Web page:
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A Thanksgiving Service for Nuclear Deterrence??

Categories: BLOG | Published: 03/05/2019 | Views: 245

This week in our blog Brian Quail reflects on the service of thanksgiving for nuclear weapons at Westminster Abbey on 3rd May 2019.

On May 3rd at Westminster Abbey there will be a service commemorating 50 years of CASD – Continuous At-Sea Deterrence. The great and the good will thank God that for half a century in His loving kindness he has granted us the ability to slaughter millions of His children, our brothers and sisters, at a moment’s notice - that He has given us the power to enact instant global extinction; to undo his work of Genesis.

But whatever prayers are said in Westminster Abbey, a landmark statement made on Nov. 10, 2018 will hang over the service. In that statement, Pope Francis categorically condemned not only the use but also the very possession of nuclear weapons.

The Pope’s statement rejects the compromising distinction between mere possession and actual use, destroying the moral basis for the UK government’s nuclear policies, and those of the official opposition. Possession means to have these weapons ready for use, devastating all moral limits.

It is a blessed relief to hear that Pope Francis vindicates the position the peace movement has always taken. It is for this that we should be thanking God.

Pope Francis told participants in a high-profile Vatican conference on nuclear disarmament, including the UN High Representative for Disarmament Affairs, NATO’s deputy secretary general, and eleven Nobel Peace Prize laureates:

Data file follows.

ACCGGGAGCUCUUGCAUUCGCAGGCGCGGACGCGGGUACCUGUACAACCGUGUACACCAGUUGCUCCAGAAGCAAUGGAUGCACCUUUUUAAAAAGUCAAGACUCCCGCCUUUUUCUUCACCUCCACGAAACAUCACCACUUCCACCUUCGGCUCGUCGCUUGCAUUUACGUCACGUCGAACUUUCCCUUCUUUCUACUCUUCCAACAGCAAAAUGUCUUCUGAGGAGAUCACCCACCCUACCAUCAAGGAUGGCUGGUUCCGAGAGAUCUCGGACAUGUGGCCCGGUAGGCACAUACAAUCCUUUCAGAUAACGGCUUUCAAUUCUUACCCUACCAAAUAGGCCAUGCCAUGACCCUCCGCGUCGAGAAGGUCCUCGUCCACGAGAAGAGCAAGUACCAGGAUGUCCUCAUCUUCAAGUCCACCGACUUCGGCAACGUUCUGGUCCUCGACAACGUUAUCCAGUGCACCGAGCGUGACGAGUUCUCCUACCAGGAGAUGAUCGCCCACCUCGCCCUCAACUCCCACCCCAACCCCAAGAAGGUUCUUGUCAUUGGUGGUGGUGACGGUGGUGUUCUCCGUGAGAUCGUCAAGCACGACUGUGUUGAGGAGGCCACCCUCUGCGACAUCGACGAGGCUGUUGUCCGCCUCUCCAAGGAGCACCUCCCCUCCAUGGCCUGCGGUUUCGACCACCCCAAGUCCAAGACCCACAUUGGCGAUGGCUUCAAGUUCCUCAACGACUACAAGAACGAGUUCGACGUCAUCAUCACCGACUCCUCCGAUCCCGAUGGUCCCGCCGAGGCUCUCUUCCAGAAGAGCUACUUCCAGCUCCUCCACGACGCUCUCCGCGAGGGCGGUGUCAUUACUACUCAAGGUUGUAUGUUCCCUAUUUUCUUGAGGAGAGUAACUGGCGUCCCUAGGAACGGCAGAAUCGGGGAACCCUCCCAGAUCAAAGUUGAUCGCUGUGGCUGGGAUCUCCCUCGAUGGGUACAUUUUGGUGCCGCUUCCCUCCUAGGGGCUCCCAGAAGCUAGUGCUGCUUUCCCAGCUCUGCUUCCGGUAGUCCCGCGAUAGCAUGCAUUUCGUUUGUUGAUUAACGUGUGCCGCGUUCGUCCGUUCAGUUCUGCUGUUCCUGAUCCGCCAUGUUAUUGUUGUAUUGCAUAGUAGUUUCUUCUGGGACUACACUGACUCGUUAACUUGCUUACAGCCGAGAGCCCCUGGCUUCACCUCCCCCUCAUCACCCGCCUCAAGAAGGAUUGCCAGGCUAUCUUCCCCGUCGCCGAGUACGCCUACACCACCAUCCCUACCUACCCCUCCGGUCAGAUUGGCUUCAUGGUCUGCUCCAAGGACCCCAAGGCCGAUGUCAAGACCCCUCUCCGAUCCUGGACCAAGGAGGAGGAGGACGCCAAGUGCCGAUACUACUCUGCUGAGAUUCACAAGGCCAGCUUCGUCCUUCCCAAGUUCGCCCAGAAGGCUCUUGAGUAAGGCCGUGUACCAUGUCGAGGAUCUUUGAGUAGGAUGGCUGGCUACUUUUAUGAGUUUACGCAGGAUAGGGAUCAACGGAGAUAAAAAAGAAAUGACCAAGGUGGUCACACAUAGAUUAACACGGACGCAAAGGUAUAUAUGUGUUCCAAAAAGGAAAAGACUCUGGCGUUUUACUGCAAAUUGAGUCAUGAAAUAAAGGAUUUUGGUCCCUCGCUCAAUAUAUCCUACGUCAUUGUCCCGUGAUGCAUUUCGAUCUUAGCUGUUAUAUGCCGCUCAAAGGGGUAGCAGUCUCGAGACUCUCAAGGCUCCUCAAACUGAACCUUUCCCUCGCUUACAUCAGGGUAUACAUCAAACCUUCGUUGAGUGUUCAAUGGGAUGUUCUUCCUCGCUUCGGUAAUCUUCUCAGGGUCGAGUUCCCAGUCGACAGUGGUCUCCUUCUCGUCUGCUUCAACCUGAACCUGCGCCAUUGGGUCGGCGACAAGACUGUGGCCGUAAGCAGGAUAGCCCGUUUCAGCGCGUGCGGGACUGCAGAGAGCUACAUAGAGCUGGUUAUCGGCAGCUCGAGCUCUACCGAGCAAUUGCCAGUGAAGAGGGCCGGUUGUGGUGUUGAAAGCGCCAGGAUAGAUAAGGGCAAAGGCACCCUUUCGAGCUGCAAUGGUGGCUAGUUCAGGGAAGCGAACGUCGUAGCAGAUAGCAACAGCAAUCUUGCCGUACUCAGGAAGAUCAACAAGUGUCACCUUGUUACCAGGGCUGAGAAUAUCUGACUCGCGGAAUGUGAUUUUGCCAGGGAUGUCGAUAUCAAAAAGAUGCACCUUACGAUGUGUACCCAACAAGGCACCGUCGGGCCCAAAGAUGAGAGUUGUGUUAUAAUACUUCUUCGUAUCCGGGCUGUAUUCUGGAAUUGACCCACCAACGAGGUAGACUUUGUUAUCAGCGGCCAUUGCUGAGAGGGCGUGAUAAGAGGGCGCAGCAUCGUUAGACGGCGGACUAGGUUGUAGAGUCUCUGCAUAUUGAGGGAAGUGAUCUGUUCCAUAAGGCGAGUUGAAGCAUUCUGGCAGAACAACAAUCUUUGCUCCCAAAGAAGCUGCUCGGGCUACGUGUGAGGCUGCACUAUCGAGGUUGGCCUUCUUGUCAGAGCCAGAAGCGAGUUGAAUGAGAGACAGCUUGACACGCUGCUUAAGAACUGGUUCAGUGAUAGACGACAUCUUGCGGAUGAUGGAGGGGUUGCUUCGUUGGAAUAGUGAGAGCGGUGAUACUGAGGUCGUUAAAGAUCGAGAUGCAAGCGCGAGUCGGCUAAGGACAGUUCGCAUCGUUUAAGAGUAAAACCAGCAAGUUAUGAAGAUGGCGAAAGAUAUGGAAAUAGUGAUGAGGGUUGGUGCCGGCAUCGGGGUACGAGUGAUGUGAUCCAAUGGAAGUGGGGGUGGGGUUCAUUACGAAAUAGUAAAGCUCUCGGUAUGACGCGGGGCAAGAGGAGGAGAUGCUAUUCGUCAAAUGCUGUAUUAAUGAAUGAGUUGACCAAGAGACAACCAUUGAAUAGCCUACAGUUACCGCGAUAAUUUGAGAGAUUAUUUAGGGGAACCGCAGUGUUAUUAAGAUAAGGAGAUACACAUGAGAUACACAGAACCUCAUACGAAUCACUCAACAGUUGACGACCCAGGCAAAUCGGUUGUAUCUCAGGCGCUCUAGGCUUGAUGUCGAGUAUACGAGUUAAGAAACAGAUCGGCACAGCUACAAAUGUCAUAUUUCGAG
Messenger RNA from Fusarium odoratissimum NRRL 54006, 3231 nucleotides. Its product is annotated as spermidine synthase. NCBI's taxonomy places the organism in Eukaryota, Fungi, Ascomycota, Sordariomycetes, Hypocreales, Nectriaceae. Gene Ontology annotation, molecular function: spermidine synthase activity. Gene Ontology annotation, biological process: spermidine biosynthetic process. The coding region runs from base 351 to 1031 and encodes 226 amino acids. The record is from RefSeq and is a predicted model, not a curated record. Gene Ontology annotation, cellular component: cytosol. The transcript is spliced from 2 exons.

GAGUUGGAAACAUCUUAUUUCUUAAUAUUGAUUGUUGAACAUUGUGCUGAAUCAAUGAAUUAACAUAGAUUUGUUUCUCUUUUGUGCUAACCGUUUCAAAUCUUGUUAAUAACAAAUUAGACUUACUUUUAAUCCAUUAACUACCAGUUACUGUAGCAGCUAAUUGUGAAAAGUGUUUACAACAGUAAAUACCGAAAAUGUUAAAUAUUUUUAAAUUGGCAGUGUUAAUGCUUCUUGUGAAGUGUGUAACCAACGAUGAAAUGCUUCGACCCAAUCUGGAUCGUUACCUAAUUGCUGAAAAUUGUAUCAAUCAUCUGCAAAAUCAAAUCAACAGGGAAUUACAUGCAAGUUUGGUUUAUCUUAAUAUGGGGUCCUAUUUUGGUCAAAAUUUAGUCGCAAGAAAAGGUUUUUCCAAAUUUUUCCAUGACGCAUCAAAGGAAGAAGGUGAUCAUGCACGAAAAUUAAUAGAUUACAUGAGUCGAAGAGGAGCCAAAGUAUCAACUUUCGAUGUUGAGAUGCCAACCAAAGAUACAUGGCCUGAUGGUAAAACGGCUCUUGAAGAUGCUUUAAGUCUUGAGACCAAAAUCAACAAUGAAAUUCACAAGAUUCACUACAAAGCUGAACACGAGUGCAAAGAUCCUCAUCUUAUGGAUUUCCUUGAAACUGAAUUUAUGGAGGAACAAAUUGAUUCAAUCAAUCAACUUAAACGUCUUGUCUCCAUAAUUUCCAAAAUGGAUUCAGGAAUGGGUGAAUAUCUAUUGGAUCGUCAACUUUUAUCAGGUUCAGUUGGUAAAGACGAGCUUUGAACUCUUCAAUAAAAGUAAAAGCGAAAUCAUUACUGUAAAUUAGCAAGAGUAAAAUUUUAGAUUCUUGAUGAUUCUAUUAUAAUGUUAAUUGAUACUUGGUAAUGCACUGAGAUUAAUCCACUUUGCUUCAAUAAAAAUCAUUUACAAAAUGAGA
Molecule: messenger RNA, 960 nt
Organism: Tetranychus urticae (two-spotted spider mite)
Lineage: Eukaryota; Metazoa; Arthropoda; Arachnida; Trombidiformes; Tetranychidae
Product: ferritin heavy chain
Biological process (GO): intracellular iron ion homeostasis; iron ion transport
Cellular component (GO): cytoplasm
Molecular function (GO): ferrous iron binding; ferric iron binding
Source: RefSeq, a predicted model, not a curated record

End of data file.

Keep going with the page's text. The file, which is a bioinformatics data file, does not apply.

“…humanity cannot fail to be genuinely concerned by the catastrophic humanitarian and environmental effects of any employment of nuclear devices”.

He concluded: “If we also take into account the risk of an accidental detonation as a result of error of any kind, the threat of their use, as well as their very possession, is to be firmly condemned.”

But now, in my opinion, on May 3rd at Westminster Abbey a pantomime will be performed in the name of Jesus, who said we should love our enemies, do good to those that hate us, and pray for those who persecute us. His revolutionary nonviolence will once again be buried in a shroud of platitudes and religiosity.

Despite our scientific advances, the truth is that our position is really primitive. We are right back where we started. “I call heaven and earth to witness this day, that I have set before you life and death, blessing and cursing. Choose therefore life, that both you and your children may live” (Deut. 30 19).

But we have chosen death.

According to peace activist Bruce Kent, these words were spoken at the launch of Resolution, the first Polaris submarine:

“Go forth into the world in peace; be of good courage; hold fast that which is good; render no man evil for evil…love and serve the Lord, rejoicing in the power of the Holy Spirit.”

Beat that! Reality has replaced satire, and the laughter has died.

Deterrence is – in the lovely Americanism of the US Pax Christi statement – “a sin situation”. We should be begging God’s forgiveness for this ongoing sin, not celebrating it in Westminster Abbey.

We can only thank God that we have survived long enough to repent of our nuclear idolatry.

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